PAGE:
Vive La Différence
“The different people are not like other people, but being different is nothing to be ashamed of. Because other people are not such wonderful people.”
Story Adele Elliot
In “The Glass Menagerie” Tennessee Williams grasped one of the true meanings of being “southern.” We are not like “other” people — and heaven knows we’re proud of it! In this part of the country we have elevated eccentricity to a sacrament. Move over, Catholic Church. We can absolve any sin, as long as the “offense” was committed by someone in our family. Oh, I’m not talking about real crime, just those quirky little things that can be easily tolerated. It also helps if the offenders are usually not someone we see every day.
My mother was the queen of rationalization. When one of my cousins, a married man in his mid-thirties, began drinking “too much” and hitting on younger women, she knew why. “It was that terrible accident when he was in junior high,” she explained. No matter that he only broke his leg in the wreck. Surely there must be residual effects.
Mother’s Uncle Otis was (allegedly) a cross-dresser. This was discovered after he died. Relatives cleaning out his closet found an entire wardrobe of women’s clothes. No one actually saw him in his (presumed) alter-ego. However, there were clues that dated back several decades. Mother believed that this slight glitch was the result of a very high fever he had in infancy. The story was legendary, part of family lore. Surely it must have damaged his brain.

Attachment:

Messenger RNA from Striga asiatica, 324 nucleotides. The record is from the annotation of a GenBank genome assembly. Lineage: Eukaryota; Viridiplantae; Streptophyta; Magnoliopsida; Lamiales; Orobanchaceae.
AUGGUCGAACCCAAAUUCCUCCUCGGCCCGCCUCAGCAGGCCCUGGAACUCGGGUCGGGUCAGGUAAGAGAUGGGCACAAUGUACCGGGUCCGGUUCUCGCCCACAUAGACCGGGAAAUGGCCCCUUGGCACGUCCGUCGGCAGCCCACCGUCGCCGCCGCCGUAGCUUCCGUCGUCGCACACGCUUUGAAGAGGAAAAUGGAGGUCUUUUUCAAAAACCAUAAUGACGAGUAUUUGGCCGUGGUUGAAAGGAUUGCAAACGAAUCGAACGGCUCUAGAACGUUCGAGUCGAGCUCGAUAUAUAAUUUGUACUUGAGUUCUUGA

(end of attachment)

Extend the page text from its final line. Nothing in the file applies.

Uncle Otis lived to be almost 80. He married, had two brilliant children, and divorced. Evidently, the effects of that fever did not kick in for about half a century. (At one time, he lived with a colony of squatters camped on a levee of the Mississippi in New Orleans, where St. Charles and Carrollton Avenues intersect.)
Almost any transgression can be pardoned if the perpetrator is related, even in the most distant way. Anyone in town falls under this umbrella, unless, of course, there are still hard feelings about something that happened between your grandmother and that person’s great-aunt before World War II, or they have a Yankee in their family tree. Being a “Yankee” is pretty much unforgivable.
Please do not scoff at memories that go back to the 1940s. (Note how useful they are in excusing indiscretion.) Here, we are still smoldering about The “War of Northern Aggression.” Wars, both those with the title of “World War” and those between your kin and mine, have equal importance, and deserve our elephantine memory.
Our world is filled with Boo Radleys, who leave odd gifts in the crook of a tree, but can save the life of a small child when danger lurks. We know our peculiar relatives are not only harmless, but also transform into Superman, sans cape, when necessary. (Well, I believe Uncle Otis had a cape, but for different reasons.)
This sort of protection has a catch. The rule is that we can say anything about our relatives, but no one else can. Mother spent her life speculating about her aunt, who died under mysterious circumstances while a nun in a convent. In a southern family we do not commit suicide. That would mean burial in unconsecrated ground. However, it is not uncommon to pass from some weird “accident” – when alone.
“Insane” may not be part of a southern vocabulary (unless, of course, we are speaking of a Yankee), but “different” – now there’s a handy word.
Tennessee Williams knew what he was talking about when he said, “… other people are not such wonderful people.” Thank heavens we have each other! (Now, don’t you forget it.)